Fowler Welch’s Supply Chain of the Future report suggested businesses needed to adapt their supply chain to consumer technology trends.
Ceo Nick Hay said consumers’ use of technology for their shopping was increasing their expectations of retailers’ – and in turn placing greater demands on manufacturers – forcing them to be more innovative in the way they engage with customers.
He told FoodManufacture.co.uk: “For a successful supply chain, my number one tip would be to be open to collaboration. The changes in retail are affecting every element of the supply chain, so it is key that greater communication and collaboration across all operations is seen.
“Supply chain members should be working with trusted partners to make the most of each other’s expertise in order to maintain margins.”
Fowler Welch’s report said thetraditional organisation of vehicles, pallets and equipment that was standardised to drive efficiencies across the supply chain was built for a system that no longer existed. These networks and services were no longer relevant.
Fowler Welch warned traditional supply chain models were in danger of being rendered obsolete. Suppliers needed to maintain an open mind and be open to the innovation available.
“It is imperative that to remain relevant and future-proof, all members of the supply chain prioritise innovation, collaboration and co-operation in their business objectives,” said Fowler Welch.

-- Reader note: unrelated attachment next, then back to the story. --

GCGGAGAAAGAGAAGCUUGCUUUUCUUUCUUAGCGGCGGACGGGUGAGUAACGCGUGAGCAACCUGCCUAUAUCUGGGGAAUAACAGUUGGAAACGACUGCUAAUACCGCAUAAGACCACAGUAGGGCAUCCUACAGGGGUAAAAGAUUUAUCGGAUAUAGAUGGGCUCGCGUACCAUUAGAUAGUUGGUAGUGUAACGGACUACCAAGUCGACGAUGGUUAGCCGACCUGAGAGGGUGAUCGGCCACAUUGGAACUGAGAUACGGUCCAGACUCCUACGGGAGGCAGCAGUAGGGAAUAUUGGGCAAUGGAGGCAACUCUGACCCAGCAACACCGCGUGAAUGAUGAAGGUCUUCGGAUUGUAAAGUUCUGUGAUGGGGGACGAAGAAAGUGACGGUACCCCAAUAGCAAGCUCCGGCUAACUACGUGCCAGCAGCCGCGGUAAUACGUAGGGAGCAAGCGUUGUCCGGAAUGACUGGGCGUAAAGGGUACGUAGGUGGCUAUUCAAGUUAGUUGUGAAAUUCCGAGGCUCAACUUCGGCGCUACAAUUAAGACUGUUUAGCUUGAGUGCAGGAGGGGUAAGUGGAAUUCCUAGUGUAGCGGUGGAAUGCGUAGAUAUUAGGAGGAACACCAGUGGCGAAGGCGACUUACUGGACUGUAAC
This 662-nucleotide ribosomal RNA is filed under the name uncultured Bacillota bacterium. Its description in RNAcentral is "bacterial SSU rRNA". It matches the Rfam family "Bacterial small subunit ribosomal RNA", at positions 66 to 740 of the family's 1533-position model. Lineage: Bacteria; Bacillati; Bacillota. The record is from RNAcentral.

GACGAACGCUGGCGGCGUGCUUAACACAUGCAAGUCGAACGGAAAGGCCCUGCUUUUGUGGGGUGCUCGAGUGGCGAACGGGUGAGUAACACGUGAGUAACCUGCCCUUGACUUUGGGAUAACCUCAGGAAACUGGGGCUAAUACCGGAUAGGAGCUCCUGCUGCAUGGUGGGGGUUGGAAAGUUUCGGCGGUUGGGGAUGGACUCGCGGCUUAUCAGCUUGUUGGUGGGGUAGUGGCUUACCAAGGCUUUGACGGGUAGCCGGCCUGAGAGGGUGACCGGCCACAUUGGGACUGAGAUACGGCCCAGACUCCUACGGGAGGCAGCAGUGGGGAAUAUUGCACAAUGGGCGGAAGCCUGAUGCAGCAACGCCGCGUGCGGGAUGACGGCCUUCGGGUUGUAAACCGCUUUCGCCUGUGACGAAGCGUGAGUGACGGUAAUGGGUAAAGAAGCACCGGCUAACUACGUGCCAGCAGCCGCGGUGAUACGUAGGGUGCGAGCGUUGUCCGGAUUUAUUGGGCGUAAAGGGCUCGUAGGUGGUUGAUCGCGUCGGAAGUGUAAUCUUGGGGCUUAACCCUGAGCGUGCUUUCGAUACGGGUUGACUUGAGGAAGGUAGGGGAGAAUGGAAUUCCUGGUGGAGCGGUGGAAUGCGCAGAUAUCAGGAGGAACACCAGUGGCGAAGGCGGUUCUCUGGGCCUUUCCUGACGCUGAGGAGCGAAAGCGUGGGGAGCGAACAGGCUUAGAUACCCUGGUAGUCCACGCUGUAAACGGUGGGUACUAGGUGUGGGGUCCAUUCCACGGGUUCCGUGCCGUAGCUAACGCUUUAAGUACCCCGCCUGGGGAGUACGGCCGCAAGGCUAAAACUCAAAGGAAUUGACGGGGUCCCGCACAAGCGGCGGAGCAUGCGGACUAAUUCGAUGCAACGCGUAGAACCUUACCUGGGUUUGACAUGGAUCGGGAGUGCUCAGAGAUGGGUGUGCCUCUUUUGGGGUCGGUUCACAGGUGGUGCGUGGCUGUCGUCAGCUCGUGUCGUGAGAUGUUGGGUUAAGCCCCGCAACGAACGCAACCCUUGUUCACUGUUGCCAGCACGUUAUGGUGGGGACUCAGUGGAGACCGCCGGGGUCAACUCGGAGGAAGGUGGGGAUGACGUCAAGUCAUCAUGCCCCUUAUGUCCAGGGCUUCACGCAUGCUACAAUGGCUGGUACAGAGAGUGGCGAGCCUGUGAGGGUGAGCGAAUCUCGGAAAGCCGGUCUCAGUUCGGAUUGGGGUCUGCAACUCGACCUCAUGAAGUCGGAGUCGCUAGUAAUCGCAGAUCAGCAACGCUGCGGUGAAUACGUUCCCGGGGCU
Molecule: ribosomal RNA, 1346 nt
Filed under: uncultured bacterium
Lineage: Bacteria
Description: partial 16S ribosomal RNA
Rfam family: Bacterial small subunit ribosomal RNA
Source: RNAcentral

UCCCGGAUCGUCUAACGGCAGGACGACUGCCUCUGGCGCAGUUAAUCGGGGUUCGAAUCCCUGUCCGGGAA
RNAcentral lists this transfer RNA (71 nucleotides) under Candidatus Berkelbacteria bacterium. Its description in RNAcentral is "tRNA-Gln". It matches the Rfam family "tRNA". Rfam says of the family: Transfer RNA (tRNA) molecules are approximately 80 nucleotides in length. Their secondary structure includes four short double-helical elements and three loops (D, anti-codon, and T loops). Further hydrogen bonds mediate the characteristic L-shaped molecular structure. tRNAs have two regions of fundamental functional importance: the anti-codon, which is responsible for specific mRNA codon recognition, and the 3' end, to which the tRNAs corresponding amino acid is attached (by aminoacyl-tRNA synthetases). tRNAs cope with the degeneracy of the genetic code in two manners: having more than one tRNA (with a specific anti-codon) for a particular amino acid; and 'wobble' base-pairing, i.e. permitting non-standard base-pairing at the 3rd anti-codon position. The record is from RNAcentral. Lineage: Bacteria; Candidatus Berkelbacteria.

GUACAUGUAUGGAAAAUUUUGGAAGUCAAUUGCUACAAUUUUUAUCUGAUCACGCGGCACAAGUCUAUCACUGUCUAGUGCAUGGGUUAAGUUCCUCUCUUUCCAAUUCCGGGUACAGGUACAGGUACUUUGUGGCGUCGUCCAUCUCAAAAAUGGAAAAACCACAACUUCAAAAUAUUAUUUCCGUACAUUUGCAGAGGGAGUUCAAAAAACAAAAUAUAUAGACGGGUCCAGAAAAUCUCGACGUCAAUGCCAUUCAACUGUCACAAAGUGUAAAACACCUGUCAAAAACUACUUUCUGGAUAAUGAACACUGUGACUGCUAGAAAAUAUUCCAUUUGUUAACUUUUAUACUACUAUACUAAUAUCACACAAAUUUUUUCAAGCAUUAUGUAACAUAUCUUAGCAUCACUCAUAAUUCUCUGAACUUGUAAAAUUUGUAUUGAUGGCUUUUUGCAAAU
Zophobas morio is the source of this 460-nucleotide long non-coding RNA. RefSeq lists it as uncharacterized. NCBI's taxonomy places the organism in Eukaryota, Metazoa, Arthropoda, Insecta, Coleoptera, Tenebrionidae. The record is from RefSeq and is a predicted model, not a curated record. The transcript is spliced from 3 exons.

“The businesses that take these changes and develop alongside them will ensure they are at the cutting edge of the changing face of retail.”
The food and drink supply chain has already felt the strain of fulfilling consumer orders from whatever channel they choose.
Data was another area Hay suggested businesses could use to see improvements in the supply chain, if used and analysed correctly.
“By clearly mapping the supply chain from end-to-end, visibility can make marked savings to food waste, efficiency and quality,” said Hay.
“The vast amounts of data available allow for a clear view of what is happening at each point in the supply chain, for issues to be identified and resolved thereby improving overall performance.”
While new technology could improve efficiency across the supply chain, Hay noted it might not be readily accessible to everyone.
He stressed the importance of looking at existing practices and asses any ways in which these can be updated or capitalised on to improve efficiencies.
“Flexibility is key. Businesses must remain open to change and make sure they are making the most of all the resources available to them in order to protect margins and stay competitive in the industry,” added Hay.
“The supply chain has to react to these changes in order to meet demand. But a range of technological developments that aid collaboration, consolidation, data analysis and warehouse efficiency are entering the supply chain on a large scale, aiming to positively impact its ability to adapt successfully.”
- Collaborating with trusted with trusted partners to share expertise
- Using big data to track deliveries and reduce waste and boost efficiency
- Be open to change. Embrace the latest technology. If you can’t, then adapt existing practices to work with the latest technology